City dweller Robert MacFarlane wondered if there were any wild places left in the British Isles, and he set out to find them. Often enough early Christian monks and hermits had been there before him; to islands and other inaccessible spots.
But what did he mean by wildness? Early in the book he discusses the idea:
‘Wildness … is an expression of independence from human direction, and wild land can be said to be self-willed land. Land that proceeds according to its own laws and principles, land whose habits — the growth of its trees, the free descent of its streams through its rocks — are of its own devising and own execution. Land that … acts or moves freely without restraint; is unconfined, unrestricted.’*
Town and city dwellers live in human directed lands, concrete, brick and glass, but also most of the British countryside is farmed, drained, controlled. Can we find wilderness, to use the old Biblical world, without travelling to distant places?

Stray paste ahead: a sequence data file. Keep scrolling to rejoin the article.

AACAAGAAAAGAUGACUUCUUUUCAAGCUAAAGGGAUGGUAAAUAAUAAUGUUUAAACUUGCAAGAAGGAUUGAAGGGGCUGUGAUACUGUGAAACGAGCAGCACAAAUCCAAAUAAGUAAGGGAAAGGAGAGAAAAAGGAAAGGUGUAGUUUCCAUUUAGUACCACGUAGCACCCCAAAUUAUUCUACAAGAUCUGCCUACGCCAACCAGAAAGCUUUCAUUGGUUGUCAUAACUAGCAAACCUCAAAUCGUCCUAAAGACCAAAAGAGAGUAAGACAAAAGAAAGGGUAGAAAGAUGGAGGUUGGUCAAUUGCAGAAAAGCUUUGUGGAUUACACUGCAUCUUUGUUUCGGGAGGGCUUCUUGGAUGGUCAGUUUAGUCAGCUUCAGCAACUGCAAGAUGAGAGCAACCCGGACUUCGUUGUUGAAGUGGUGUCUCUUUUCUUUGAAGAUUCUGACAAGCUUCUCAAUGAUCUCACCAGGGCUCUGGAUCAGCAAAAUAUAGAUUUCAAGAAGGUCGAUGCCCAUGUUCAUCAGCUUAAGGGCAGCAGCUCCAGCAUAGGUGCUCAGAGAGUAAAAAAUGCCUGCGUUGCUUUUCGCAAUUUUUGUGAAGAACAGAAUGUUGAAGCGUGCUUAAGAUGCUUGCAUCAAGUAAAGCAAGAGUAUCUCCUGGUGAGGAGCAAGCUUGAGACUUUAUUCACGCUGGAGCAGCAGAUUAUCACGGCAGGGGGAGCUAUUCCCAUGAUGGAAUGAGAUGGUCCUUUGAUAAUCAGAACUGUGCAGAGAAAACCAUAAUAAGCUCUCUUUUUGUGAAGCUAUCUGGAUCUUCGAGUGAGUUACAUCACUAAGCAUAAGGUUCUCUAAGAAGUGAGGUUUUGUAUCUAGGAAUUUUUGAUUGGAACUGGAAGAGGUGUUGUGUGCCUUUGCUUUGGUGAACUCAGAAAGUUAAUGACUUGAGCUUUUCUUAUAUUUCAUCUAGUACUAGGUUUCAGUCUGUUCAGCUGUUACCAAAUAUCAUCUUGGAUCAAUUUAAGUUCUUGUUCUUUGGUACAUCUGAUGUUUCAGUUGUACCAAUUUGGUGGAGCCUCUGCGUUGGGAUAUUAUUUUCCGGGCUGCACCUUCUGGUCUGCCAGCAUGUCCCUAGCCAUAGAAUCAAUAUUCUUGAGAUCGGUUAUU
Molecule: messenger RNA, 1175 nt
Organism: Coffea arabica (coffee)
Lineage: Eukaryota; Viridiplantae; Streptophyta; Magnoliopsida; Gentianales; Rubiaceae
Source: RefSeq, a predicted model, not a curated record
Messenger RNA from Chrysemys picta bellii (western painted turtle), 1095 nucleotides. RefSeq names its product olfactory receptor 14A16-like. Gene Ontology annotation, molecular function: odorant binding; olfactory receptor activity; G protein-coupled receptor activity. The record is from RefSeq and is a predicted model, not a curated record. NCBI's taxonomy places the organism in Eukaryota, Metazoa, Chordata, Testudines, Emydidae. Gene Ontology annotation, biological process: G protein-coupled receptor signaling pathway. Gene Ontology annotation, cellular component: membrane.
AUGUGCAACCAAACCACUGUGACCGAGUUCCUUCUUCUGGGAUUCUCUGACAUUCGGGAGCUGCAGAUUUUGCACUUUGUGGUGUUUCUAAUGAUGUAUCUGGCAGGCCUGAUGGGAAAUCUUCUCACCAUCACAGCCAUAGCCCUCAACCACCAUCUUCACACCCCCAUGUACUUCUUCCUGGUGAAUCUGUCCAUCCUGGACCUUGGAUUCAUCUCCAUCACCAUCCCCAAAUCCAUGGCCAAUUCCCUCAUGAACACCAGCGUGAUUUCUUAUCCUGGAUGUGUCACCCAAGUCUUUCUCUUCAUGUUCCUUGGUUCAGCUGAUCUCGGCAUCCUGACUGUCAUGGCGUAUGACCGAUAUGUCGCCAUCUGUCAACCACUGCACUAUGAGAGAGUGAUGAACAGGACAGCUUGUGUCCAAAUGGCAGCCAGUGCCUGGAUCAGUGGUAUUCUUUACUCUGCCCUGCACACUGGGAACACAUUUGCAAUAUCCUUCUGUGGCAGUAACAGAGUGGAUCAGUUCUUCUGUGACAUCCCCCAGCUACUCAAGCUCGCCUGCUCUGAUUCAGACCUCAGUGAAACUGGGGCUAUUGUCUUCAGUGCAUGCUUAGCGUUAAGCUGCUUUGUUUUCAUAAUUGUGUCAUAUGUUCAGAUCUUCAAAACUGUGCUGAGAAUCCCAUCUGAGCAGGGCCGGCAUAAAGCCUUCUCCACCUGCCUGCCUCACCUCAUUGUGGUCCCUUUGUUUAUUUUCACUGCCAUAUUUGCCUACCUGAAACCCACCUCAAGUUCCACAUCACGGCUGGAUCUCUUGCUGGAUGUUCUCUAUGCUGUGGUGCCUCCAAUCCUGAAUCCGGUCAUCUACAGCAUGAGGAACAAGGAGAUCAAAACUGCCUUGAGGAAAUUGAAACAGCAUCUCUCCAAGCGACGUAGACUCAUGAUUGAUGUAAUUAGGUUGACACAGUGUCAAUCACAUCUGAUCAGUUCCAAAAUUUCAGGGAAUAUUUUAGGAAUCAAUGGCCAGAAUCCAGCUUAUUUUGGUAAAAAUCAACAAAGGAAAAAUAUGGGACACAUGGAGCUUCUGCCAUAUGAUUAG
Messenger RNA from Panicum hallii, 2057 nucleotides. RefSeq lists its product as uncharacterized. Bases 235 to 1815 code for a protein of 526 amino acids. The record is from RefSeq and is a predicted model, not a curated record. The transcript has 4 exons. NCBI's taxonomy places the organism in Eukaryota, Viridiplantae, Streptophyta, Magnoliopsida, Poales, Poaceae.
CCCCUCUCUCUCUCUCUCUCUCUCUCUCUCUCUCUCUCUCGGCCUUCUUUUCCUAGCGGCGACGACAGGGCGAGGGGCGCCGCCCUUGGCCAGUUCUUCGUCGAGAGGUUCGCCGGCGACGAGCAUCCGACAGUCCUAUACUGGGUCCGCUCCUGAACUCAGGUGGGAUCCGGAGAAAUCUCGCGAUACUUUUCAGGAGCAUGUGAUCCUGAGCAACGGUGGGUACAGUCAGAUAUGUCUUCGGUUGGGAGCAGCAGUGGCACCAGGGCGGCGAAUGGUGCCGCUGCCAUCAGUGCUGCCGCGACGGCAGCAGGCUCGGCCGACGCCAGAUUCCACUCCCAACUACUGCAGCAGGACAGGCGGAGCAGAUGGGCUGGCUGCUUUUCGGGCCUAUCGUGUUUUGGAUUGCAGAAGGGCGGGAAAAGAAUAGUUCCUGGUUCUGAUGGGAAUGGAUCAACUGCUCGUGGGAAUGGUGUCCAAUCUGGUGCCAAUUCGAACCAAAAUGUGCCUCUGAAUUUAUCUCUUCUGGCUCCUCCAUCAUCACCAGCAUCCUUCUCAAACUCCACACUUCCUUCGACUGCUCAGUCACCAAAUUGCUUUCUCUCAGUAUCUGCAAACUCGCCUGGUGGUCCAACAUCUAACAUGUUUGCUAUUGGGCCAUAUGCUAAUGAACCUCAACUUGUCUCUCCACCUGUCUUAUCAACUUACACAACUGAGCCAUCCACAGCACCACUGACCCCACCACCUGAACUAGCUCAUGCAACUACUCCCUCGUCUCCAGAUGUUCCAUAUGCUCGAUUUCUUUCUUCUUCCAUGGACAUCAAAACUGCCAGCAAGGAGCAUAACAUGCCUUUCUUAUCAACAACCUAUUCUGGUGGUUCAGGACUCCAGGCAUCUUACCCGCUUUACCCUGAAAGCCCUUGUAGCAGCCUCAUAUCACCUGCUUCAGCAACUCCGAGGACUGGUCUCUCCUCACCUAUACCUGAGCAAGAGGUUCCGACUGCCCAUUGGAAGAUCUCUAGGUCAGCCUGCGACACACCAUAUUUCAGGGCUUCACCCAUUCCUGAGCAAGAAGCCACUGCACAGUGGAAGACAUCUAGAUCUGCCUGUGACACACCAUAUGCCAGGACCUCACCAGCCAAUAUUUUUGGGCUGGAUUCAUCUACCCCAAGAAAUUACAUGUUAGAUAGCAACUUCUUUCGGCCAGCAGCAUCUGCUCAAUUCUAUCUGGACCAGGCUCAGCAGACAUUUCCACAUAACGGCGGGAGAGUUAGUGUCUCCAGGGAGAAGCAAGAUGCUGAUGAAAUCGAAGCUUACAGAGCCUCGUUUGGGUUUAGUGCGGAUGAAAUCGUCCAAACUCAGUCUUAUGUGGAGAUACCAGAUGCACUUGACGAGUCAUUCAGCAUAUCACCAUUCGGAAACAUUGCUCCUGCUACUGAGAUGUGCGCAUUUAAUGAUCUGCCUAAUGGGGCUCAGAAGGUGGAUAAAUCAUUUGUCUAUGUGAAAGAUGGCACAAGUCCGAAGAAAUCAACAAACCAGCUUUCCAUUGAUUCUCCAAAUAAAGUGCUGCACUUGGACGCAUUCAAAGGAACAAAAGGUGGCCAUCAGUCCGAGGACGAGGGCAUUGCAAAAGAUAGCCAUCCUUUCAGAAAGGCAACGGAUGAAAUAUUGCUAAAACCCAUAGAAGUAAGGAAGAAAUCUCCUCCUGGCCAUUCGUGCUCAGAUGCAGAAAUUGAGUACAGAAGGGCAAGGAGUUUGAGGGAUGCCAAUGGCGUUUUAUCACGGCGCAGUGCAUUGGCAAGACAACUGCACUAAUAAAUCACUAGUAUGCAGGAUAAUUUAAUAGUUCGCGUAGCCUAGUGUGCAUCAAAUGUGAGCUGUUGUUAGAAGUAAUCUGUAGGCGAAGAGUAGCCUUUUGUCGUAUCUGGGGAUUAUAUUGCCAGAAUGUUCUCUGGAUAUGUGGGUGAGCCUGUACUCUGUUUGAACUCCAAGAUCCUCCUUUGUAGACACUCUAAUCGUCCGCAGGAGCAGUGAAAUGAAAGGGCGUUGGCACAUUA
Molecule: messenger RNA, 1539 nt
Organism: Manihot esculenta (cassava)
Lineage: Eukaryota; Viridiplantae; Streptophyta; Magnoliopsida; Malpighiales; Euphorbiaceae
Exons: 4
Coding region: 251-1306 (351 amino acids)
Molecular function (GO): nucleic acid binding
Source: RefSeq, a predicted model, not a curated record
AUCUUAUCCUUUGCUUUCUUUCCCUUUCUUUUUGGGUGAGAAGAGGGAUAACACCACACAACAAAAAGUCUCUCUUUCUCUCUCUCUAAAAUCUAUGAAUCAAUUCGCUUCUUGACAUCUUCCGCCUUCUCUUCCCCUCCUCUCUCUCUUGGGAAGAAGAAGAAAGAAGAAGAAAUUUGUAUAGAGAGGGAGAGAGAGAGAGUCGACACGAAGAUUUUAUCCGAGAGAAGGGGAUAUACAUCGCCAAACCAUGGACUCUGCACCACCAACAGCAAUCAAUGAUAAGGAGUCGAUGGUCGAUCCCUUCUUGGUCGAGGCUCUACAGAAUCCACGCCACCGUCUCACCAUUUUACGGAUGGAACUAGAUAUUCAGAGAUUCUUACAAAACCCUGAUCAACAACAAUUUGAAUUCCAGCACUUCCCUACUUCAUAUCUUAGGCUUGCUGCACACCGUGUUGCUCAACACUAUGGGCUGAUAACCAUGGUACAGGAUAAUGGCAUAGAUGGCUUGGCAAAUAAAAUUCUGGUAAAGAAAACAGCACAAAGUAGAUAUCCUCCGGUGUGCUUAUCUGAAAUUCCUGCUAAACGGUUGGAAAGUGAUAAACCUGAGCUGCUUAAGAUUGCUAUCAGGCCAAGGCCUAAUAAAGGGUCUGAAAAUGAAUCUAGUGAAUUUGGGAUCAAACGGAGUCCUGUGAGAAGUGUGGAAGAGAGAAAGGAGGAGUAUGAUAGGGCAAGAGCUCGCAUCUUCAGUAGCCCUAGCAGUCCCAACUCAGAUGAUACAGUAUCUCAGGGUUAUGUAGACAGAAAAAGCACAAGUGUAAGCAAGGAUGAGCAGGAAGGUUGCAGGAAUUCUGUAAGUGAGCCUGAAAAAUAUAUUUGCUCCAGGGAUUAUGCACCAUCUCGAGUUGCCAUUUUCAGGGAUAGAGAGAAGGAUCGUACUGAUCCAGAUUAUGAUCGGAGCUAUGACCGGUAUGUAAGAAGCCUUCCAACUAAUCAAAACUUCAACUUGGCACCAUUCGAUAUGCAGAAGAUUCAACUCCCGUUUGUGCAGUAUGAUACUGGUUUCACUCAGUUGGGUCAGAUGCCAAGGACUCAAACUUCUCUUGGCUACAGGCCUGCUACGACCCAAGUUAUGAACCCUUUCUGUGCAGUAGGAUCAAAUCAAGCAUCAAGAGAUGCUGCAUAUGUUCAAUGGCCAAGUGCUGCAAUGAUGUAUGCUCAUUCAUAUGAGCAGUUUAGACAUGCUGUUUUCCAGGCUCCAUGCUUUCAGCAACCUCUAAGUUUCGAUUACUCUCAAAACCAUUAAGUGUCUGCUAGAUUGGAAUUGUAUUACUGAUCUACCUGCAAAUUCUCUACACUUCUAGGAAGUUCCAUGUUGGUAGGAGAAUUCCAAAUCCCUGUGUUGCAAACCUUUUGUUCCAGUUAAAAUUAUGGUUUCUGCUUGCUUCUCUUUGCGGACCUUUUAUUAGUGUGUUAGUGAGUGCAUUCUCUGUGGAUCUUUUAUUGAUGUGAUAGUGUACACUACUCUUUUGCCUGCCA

We have to look for it nearer to home, in pockets and cracks. There are the weeds that devise and execute their own growth and spread, like traveller’s joy rooted on railway land. Or there are remnants of countryside, like the plum tree that Abel likes to hide behind; it is surely a sucker from a rootstock left behind when the orchard was grubbed up for housing in the 1960s, since its fruit is insignificant and unpalatable. There are overgrown cemeteries, like that in Mile End, full of life that is quite unexpected in London’s East End.
The wild tries to return, perhaps we should salute it and follow its example to revisit the corner of our heart that moves freely, without restraint: that is open to love, growth and renewal.
*Robert MacFarlane, The Wild Places, London, Granta, 2007, p30.